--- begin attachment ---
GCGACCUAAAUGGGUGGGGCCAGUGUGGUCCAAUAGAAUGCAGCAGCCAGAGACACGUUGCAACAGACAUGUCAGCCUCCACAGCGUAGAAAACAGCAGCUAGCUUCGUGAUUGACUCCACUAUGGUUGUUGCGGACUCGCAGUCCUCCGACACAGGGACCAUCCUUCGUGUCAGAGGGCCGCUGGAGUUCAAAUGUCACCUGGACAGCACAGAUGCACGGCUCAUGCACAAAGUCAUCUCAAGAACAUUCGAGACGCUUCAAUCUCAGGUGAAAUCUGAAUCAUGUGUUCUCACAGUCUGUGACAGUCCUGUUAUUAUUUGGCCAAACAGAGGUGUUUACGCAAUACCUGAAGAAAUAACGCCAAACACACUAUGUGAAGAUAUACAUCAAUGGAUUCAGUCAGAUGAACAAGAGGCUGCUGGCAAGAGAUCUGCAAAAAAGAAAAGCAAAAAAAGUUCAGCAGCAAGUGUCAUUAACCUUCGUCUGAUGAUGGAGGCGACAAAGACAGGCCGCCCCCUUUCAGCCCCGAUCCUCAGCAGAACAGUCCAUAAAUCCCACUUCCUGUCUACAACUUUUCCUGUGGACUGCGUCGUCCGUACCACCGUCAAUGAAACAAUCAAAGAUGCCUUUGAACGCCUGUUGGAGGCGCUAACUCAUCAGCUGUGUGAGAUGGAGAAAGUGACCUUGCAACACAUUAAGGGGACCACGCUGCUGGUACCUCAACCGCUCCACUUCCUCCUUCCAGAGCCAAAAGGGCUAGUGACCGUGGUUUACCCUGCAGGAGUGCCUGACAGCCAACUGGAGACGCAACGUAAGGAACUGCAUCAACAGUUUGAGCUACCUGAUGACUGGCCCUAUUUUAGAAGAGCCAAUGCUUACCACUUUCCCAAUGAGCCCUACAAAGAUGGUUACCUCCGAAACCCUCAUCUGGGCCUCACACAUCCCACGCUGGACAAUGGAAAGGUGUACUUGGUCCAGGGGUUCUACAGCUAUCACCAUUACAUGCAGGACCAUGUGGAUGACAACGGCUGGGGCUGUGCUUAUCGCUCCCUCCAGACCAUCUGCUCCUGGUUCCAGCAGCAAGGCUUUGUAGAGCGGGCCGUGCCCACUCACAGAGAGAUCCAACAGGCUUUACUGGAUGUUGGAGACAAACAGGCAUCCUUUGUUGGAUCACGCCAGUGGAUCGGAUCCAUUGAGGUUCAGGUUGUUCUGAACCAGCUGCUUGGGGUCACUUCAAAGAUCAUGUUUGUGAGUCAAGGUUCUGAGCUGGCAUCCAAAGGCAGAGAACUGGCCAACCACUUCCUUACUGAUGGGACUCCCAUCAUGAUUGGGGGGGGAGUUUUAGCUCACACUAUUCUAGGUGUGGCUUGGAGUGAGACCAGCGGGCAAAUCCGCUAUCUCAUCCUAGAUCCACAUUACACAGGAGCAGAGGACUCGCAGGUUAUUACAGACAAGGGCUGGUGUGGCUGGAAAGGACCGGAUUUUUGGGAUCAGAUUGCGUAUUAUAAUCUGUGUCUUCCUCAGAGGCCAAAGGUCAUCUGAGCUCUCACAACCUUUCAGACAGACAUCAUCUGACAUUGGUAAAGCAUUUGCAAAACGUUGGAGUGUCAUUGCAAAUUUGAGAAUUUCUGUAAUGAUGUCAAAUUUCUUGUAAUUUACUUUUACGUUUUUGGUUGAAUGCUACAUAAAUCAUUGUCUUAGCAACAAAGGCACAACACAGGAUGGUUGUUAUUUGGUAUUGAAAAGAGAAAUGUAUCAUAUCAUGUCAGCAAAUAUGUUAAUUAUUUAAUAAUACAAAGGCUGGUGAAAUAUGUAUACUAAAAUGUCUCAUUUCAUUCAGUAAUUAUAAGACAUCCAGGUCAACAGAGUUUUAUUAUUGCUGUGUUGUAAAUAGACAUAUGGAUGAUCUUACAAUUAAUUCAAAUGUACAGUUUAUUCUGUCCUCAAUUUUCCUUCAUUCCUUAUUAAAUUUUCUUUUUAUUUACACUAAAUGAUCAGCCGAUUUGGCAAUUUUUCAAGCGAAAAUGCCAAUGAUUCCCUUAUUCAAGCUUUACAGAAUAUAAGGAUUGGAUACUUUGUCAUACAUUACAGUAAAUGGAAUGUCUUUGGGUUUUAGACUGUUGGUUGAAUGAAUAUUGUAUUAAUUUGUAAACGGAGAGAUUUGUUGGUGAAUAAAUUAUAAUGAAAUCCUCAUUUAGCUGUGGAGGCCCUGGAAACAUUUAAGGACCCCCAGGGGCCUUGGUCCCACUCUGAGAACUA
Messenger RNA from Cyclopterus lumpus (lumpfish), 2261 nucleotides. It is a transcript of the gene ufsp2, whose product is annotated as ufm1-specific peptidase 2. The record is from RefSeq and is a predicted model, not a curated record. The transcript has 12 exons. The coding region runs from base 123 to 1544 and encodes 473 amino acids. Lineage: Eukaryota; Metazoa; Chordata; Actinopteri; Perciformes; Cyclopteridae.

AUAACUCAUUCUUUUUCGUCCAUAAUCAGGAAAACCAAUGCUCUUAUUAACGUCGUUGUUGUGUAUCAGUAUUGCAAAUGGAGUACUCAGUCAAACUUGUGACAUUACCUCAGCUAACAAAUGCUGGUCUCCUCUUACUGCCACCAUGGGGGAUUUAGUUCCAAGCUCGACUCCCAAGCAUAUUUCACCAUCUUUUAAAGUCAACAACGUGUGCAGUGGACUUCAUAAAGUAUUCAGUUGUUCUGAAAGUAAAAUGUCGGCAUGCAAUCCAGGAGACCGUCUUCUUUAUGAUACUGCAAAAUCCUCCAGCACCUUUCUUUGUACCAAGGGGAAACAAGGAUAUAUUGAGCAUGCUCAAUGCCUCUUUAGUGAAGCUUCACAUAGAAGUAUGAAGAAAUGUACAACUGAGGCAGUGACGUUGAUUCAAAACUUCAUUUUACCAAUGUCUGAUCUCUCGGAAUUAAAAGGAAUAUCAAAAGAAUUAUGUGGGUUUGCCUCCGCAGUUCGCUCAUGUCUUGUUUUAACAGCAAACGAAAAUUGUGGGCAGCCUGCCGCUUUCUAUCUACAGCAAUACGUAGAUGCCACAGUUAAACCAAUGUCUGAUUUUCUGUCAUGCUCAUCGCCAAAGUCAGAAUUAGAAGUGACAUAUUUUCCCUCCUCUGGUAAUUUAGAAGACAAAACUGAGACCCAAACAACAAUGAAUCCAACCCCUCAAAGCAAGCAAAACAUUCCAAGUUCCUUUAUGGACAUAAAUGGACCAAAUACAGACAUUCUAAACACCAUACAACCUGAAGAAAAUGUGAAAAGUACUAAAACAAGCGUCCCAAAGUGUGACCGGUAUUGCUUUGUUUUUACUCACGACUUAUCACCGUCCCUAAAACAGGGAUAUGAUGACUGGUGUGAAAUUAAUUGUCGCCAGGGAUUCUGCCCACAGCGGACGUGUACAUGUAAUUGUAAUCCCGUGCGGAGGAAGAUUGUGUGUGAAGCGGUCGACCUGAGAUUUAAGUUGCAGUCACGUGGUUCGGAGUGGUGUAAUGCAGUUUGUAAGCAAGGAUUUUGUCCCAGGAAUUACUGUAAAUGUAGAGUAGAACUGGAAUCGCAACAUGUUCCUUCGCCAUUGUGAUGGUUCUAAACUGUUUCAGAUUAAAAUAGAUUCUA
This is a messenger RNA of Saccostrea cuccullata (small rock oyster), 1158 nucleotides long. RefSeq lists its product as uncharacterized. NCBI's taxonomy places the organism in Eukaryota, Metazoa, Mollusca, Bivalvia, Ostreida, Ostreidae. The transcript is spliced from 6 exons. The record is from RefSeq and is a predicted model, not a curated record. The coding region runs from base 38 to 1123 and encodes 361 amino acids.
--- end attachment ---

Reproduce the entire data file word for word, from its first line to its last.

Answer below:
GCGACCUAAAUGGGUGGGGCCAGUGUGGUCCAAUAGAAUGCAGCAGCCAGAGACACGUUGCAACAGACAUGUCAGCCUCCACAGCGUAGAAAACAGCAGCUAGCUUCGUGAUUGACUCCACUAUGGUUGUUGCGGACUCGCAGUCCUCCGACACAGGGACCAUCCUUCGUGUCAGAGGGCCGCUGGAGUUCAAAUGUCACCUGGACAGCACAGAUGCACGGCUCAUGCACAAAGUCAUCUCAAGAACAUUCGAGACGCUUCAAUCUCAGGUGAAAUCUGAAUCAUGUGUUCUCACAGUCUGUGACAGUCCUGUUAUUAUUUGGCCAAACAGAGGUGUUUACGCAAUACCUGAAGAAAUAACGCCAAACACACUAUGUGAAGAUAUACAUCAAUGGAUUCAGUCAGAUGAACAAGAGGCUGCUGGCAAGAGAUCUGCAAAAAAGAAAAGCAAAAAAAGUUCAGCAGCAAGUGUCAUUAACCUUCGUCUGAUGAUGGAGGCGACAAAGACAGGCCGCCCCCUUUCAGCCCCGAUCCUCAGCAGAACAGUCCAUAAAUCCCACUUCCUGUCUACAACUUUUCCUGUGGACUGCGUCGUCCGUACCACCGUCAAUGAAACAAUCAAAGAUGCCUUUGAACGCCUGUUGGAGGCGCUAACUCAUCAGCUGUGUGAGAUGGAGAAAGUGACCUUGCAACACAUUAAGGGGACCACGCUGCUGGUACCUCAACCGCUCCACUUCCUCCUUCCAGAGCCAAAAGGGCUAGUGACCGUGGUUUACCCUGCAGGAGUGCCUGACAGCCAACUGGAGACGCAACGUAAGGAACUGCAUCAACAGUUUGAGCUACCUGAUGACUGGCCCUAUUUUAGAAGAGCCAAUGCUUACCACUUUCCCAAUGAGCCCUACAAAGAUGGUUACCUCCGAAACCCUCAUCUGGGCCUCACACAUCCCACGCUGGACAAUGGAAAGGUGUACUUGGUCCAGGGGUUCUACAGCUAUCACCAUUACAUGCAGGACCAUGUGGAUGACAACGGCUGGGGCUGUGCUUAUCGCUCCCUCCAGACCAUCUGCUCCUGGUUCCAGCAGCAAGGCUUUGUAGAGCGGGCCGUGCCCACUCACAGAGAGAUCCAACAGGCUUUACUGGAUGUUGGAGACAAACAGGCAUCCUUUGUUGGAUCACGCCAGUGGAUCGGAUCCAUUGAGGUUCAGGUUGUUCUGAACCAGCUGCUUGGGGUCACUUCAAAGAUCAUGUUUGUGAGUCAAGGUUCUGAGCUGGCAUCCAAAGGCAGAGAACUGGCCAACCACUUCCUUACUGAUGGGACUCCCAUCAUGAUUGGGGGGGGAGUUUUAGCUCACACUAUUCUAGGUGUGGCUUGGAGUGAGACCAGCGGGCAAAUCCGCUAUCUCAUCCUAGAUCCACAUUACACAGGAGCAGAGGACUCGCAGGUUAUUACAGACAAGGGCUGGUGUGGCUGGAAAGGACCGGAUUUUUGGGAUCAGAUUGCGUAUUAUAAUCUGUGUCUUCCUCAGAGGCCAAAGGUCAUCUGAGCUCUCACAACCUUUCAGACAGACAUCAUCUGACAUUGGUAAAGCAUUUGCAAAACGUUGGAGUGUCAUUGCAAAUUUGAGAAUUUCUGUAAUGAUGUCAAAUUUCUUGUAAUUUACUUUUACGUUUUUGGUUGAAUGCUACAUAAAUCAUUGUCUUAGCAACAAAGGCACAACACAGGAUGGUUGUUAUUUGGUAUUGAAAAGAGAAAUGUAUCAUAUCAUGUCAGCAAAUAUGUUAAUUAUUUAAUAAUACAAAGGCUGGUGAAAUAUGUAUACUAAAAUGUCUCAUUUCAUUCAGUAAUUAUAAGACAUCCAGGUCAACAGAGUUUUAUUAUUGCUGUGUUGUAAAUAGACAUAUGGAUGAUCUUACAAUUAAUUCAAAUGUACAGUUUAUUCUGUCCUCAAUUUUCCUUCAUUCCUUAUUAAAUUUUCUUUUUAUUUACACUAAAUGAUCAGCCGAUUUGGCAAUUUUUCAAGCGAAAAUGCCAAUGAUUCCCUUAUUCAAGCUUUACAGAAUAUAAGGAUUGGAUACUUUGUCAUACAUUACAGUAAAUGGAAUGUCUUUGGGUUUUAGACUGUUGGUUGAAUGAAUAUUGUAUUAAUUUGUAAACGGAGAGAUUUGUUGGUGAAUAAAUUAUAAUGAAAUCCUCAUUUAGCUGUGGAGGCCCUGGAAACAUUUAAGGACCCCCAGGGGCCUUGGUCCCACUCUGAGAACUA
Messenger RNA from Cyclopterus lumpus (lumpfish), 2261 nucleotides. It is a transcript of the gene ufsp2, whose product is annotated as ufm1-specific peptidase 2. The record is from RefSeq and is a predicted model, not a curated record. The transcript has 12 exons. The coding region runs from base 123 to 1544 and encodes 473 amino acids. Lineage: Eukaryota; Metazoa; Chordata; Actinopteri; Perciformes; Cyclopteridae.

AUAACUCAUUCUUUUUCGUCCAUAAUCAGGAAAACCAAUGCUCUUAUUAACGUCGUUGUUGUGUAUCAGUAUUGCAAAUGGAGUACUCAGUCAAACUUGUGACAUUACCUCAGCUAACAAAUGCUGGUCUCCUCUUACUGCCACCAUGGGGGAUUUAGUUCCAAGCUCGACUCCCAAGCAUAUUUCACCAUCUUUUAAAGUCAACAACGUGUGCAGUGGACUUCAUAAAGUAUUCAGUUGUUCUGAAAGUAAAAUGUCGGCAUGCAAUCCAGGAGACCGUCUUCUUUAUGAUACUGCAAAAUCCUCCAGCACCUUUCUUUGUACCAAGGGGAAACAAGGAUAUAUUGAGCAUGCUCAAUGCCUCUUUAGUGAAGCUUCACAUAGAAGUAUGAAGAAAUGUACAACUGAGGCAGUGACGUUGAUUCAAAACUUCAUUUUACCAAUGUCUGAUCUCUCGGAAUUAAAAGGAAUAUCAAAAGAAUUAUGUGGGUUUGCCUCCGCAGUUCGCUCAUGUCUUGUUUUAACAGCAAACGAAAAUUGUGGGCAGCCUGCCGCUUUCUAUCUACAGCAAUACGUAGAUGCCACAGUUAAACCAAUGUCUGAUUUUCUGUCAUGCUCAUCGCCAAAGUCAGAAUUAGAAGUGACAUAUUUUCCCUCCUCUGGUAAUUUAGAAGACAAAACUGAGACCCAAACAACAAUGAAUCCAACCCCUCAAAGCAAGCAAAACAUUCCAAGUUCCUUUAUGGACAUAAAUGGACCAAAUACAGACAUUCUAAACACCAUACAACCUGAAGAAAAUGUGAAAAGUACUAAAACAAGCGUCCCAAAGUGUGACCGGUAUUGCUUUGUUUUUACUCACGACUUAUCACCGUCCCUAAAACAGGGAUAUGAUGACUGGUGUGAAAUUAAUUGUCGCCAGGGAUUCUGCCCACAGCGGACGUGUACAUGUAAUUGUAAUCCCGUGCGGAGGAAGAUUGUGUGUGAAGCGGUCGACCUGAGAUUUAAGUUGCAGUCACGUGGUUCGGAGUGGUGUAAUGCAGUUUGUAAGCAAGGAUUUUGUCCCAGGAAUUACUGUAAAUGUAGAGUAGAACUGGAAUCGCAACAUGUUCCUUCGCCAUUGUGAUGGUUCUAAACUGUUUCAGAUUAAAAUAGAUUCUA
This is a messenger RNA of Saccostrea cuccullata (small rock oyster), 1158 nucleotides long. RefSeq lists its product as uncharacterized. NCBI's taxonomy places the organism in Eukaryota, Metazoa, Mollusca, Bivalvia, Ostreida, Ostreidae. The transcript is spliced from 6 exons. The record is from RefSeq and is a predicted model, not a curated record. The coding region runs from base 38 to 1123 and encodes 361 amino acids.